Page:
The weather is getting nice and you may have been bitten by the “run bug.” To make the transition from indoor runs to the great outdoors seamless and safe, I compiled a list of my top five tricks to get the most out of your outdoor run. Whether you have had some success running on the treadmill, or you are completely new to outdoor running, there are two crucial factors that you must understand.
First, let’s talk about a little guy named Newton. See, Newton has this law that states that for every action, there is an equal and opposite reaction. Are you with me so far? Good. Well, with runners, the concern is what we run on. The harder the surface the greater the ground reaction force, which is basically the force exerted by the ground back onto the body (in this case, our little legs) that are in contact with it, is. To simplify this, surfaces like concrete and pavement will cause a greater reaction back into our joints and legs than an energy absorbing treadmill. This not only makes us to work harder, but will tire us out faster and cause greater stress on our joints.
Second, the treadmill is a flat belt that provides consistency with each step. There are no stones, traffic, or inclement weather activity that would cause you to be off balance or have to change your gait. Running outdoors forces the body to make constant small adjustments. That said, here is what’s going to make your outdoor run a successful one.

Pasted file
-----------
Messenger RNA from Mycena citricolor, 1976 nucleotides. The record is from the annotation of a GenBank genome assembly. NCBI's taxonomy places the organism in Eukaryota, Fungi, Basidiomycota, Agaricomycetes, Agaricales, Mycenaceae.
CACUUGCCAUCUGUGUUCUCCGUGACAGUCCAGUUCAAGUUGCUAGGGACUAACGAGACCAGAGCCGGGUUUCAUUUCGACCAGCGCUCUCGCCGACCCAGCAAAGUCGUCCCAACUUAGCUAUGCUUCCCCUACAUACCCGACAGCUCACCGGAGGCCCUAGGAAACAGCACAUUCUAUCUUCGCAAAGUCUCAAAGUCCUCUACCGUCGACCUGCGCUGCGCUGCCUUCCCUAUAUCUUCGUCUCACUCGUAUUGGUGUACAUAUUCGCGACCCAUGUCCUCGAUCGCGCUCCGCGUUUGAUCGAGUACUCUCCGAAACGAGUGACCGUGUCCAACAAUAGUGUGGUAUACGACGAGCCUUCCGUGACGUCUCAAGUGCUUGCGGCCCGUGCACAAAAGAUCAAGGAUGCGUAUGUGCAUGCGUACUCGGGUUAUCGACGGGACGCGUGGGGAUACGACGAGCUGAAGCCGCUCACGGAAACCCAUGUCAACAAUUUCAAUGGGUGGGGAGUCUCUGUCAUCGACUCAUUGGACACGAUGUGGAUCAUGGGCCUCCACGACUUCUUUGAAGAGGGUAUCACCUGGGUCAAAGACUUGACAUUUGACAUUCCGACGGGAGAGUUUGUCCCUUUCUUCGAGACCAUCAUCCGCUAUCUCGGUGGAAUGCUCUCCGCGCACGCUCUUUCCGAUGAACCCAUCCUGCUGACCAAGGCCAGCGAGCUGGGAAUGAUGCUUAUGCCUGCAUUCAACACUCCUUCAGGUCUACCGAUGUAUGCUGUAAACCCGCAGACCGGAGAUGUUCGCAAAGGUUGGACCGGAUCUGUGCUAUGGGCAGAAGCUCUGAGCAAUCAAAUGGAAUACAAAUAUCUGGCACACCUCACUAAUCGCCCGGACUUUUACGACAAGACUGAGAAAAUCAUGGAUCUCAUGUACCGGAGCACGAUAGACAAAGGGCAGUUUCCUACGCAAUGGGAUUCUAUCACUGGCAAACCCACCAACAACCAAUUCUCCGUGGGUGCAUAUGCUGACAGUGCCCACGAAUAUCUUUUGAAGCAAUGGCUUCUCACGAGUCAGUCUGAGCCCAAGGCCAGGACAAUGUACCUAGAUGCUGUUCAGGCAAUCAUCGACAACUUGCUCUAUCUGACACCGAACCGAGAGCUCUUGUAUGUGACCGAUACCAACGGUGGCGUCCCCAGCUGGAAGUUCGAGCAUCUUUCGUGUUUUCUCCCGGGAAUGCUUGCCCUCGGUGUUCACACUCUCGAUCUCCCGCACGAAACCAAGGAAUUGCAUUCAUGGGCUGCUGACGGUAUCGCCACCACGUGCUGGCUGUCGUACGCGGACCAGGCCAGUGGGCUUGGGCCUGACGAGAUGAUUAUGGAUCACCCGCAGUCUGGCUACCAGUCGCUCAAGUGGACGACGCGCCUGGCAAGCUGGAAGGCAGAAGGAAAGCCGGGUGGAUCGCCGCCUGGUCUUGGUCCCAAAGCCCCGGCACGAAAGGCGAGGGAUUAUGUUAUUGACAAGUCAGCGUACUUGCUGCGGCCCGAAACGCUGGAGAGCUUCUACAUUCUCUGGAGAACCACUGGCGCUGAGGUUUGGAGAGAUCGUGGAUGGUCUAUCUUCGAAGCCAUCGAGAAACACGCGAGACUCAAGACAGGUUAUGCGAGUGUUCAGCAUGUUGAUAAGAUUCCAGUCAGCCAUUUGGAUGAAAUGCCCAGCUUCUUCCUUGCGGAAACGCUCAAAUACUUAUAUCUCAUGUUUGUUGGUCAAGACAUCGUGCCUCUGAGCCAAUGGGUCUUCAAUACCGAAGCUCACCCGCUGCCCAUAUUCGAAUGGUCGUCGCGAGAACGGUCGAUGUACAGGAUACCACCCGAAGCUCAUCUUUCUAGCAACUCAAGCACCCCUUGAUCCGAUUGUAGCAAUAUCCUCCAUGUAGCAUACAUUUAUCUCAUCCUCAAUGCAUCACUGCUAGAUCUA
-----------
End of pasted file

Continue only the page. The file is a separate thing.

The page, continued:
1. Don’t be led by aesthetics: It doesn’t matter how good sneakers may look with your running gear, it’s about what they are meant to do: protect, support, cushion, and stabilize your foot when it makes contact with the ground. Choosing the proper sneaker for your foot is imperative. To take the guesswork out of what shoe works best for you, you have to have a clear understanding of your foot. To do this, simply moisten the bottom of your bare foot and step on a brown paper bag. Trace along the outline of the footprint and bring it to your local running specialty store. Your foot map will provide the in-store specialist the information he or she needs to find the correct sneaker for you.